[Ardour-Users] Jack2 (1.9.7) & ardour 3.0

Ralf ralf.mardorf at alice-dsl.net
Wed May 4 04:48:34 PDT 2011

Hi m.eik :)

On Wed, 2011-05-04 at 13:06 +0200, m.eik michalke wrote:
> hi ralf,
> Am Mittwoch, 4. Mai 2011, 09:16:41 schrieb Ralf:
> > I build dummy packages to replace the distros packages and installed
> > JACK2 from svn by waf without building a package.
> while this will surely recognize the dependencies, you're at risk of 
> overwriting binaries from other packages without even noticing, aren't you?

No, waf does install jackd to /usr/local and there shouldn't be any
issues even if you install to /usr, since we only build jackd. While
when building JACK1, it does check for an already installed JACK, JACK2
IIRC doesn't test, if there's already a version of JACK installed. IIRC
the known issue with building and installing JACK is, that there might
be 2 versions of JACK installed, so JACK won't work. Installing dummy
packages will remove existing files and installing by waf should be ok.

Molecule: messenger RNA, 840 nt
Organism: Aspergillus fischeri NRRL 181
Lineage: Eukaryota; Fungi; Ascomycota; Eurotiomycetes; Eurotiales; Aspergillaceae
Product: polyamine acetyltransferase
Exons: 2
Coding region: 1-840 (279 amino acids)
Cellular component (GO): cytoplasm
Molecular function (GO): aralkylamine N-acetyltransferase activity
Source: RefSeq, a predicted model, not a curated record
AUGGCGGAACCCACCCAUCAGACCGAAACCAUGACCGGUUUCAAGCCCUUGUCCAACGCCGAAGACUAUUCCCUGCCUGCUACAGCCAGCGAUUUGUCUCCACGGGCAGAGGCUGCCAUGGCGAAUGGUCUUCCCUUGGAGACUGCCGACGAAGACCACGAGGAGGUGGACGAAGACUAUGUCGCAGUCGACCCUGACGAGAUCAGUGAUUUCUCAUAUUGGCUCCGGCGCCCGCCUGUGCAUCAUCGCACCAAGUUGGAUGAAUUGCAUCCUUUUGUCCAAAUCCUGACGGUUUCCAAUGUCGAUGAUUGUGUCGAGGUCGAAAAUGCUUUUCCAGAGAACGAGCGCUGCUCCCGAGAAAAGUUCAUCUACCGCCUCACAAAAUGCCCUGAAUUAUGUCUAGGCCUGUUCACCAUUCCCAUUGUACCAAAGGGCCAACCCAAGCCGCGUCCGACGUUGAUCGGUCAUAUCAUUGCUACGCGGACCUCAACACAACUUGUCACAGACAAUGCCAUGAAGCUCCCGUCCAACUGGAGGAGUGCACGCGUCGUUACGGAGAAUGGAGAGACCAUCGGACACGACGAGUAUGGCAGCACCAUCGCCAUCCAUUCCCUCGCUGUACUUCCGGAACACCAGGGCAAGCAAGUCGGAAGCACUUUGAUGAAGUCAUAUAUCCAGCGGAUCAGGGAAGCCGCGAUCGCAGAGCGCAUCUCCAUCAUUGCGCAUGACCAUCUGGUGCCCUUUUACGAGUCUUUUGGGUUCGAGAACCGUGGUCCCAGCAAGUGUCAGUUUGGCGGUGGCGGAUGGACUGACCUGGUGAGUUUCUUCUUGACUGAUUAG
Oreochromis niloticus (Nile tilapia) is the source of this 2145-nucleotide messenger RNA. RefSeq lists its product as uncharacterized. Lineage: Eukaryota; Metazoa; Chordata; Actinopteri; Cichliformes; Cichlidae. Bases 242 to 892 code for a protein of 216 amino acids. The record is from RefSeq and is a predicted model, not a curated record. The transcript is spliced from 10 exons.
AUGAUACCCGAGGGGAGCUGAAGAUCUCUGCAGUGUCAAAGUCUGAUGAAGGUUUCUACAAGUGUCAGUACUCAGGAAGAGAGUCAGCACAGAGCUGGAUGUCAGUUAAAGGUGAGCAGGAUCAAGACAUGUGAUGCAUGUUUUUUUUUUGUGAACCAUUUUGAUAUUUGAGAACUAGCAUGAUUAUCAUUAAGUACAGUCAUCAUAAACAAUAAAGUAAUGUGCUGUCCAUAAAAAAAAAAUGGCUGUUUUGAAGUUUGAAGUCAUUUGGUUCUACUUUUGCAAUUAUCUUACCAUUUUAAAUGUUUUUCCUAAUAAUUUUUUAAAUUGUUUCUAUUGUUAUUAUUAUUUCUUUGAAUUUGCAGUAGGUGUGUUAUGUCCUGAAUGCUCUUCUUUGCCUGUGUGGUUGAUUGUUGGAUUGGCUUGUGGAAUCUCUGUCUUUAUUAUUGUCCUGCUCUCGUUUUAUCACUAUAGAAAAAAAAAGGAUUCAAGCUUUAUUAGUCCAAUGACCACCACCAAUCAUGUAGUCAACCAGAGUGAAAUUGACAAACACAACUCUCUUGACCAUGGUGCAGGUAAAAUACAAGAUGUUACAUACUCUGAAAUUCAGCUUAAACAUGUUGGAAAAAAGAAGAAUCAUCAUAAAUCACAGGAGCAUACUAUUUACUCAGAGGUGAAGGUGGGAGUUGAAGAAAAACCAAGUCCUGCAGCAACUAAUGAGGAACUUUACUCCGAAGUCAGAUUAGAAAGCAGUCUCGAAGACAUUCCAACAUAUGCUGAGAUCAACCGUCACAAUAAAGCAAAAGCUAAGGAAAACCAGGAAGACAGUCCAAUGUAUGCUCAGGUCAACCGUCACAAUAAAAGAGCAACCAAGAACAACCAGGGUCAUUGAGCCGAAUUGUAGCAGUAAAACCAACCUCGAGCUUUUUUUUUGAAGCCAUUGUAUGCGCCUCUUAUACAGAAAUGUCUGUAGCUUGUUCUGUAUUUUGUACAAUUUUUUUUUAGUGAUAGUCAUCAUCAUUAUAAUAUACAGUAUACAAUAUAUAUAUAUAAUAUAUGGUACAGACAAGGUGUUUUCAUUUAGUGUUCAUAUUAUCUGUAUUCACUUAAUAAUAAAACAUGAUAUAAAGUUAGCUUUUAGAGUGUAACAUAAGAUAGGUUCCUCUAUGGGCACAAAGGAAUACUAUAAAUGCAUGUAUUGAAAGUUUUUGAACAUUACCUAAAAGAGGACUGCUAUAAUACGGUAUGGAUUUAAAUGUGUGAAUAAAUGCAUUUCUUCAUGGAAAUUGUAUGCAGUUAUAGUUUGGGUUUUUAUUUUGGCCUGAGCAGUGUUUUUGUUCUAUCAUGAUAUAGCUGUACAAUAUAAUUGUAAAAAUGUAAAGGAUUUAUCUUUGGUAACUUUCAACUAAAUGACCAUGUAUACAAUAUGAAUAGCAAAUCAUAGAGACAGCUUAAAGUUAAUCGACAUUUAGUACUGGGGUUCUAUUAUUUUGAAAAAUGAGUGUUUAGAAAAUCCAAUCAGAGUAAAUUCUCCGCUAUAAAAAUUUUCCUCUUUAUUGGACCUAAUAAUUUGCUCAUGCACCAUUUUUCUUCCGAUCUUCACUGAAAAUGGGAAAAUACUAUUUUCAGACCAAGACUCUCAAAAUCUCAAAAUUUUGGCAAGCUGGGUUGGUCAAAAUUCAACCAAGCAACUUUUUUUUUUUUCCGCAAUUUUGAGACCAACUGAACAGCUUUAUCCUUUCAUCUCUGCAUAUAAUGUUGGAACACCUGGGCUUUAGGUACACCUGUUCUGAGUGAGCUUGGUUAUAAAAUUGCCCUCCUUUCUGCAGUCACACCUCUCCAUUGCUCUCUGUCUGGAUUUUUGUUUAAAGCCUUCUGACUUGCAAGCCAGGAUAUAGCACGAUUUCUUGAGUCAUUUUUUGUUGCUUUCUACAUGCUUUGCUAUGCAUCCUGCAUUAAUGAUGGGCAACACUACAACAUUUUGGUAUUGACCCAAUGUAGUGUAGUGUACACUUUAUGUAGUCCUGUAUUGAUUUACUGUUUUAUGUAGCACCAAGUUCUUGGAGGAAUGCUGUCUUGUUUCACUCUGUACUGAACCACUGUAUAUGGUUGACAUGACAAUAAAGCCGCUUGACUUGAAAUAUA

> > For other apps I reccomend to use 'checkinstall' instead of 'make
> > install'.
> that's a good one if the software doesn't depend on other stuff, because 
> usually checkinstall doesn't handle dependencies. but it's a great tool if 
> there aren't debian packages for that particular software yet, and at least 
> dpkg wouldn't let you overwrite stuff from other installed packages. i'd 
> probably combine these two approaches, if neccessary.

Correct, for checkinstall you manually can add dependencies, they aren't
included by default.

> but from my perspective, in this case it seems really cleaner and even easier 
> to just build proper packages than to create dummies and a half-way-package 
> with checkinstall, which to me feels a little like printing a PDF just to scan 
> it afterwards ;-)

Checkinstall won't work, because it will replace 'make install' and
doesn't work with waf. Handling dpkg in this case isn't self-explaining,
building dummy packages can be easily done by equivs. But full ACK, if
somebody has the knowledge to build a 'complete' package this is the
best solution.

> as long as all dependecies are installed (which you need for proper compiling 
> anyway), dpkg-buildpackage is as easy to call as is checkinstall. it will even 
> tell you if (and which) packages are missing, and create several packages 
> (e.g., dev, doc ...) if it was split by the maintainer.

Hm? Someday I'll try this for JACK.

> viele grüße :: m.eik

Grüße aus dem sonnigen Oberhausen im Kohlenpott,


PS: Right now I'm doing an Ubuntu version update from 10.10 Maverick to
11.04 Natty. I did backup the current install ;). Perhaps self-compiled
software and third-party packages will cause trouble.

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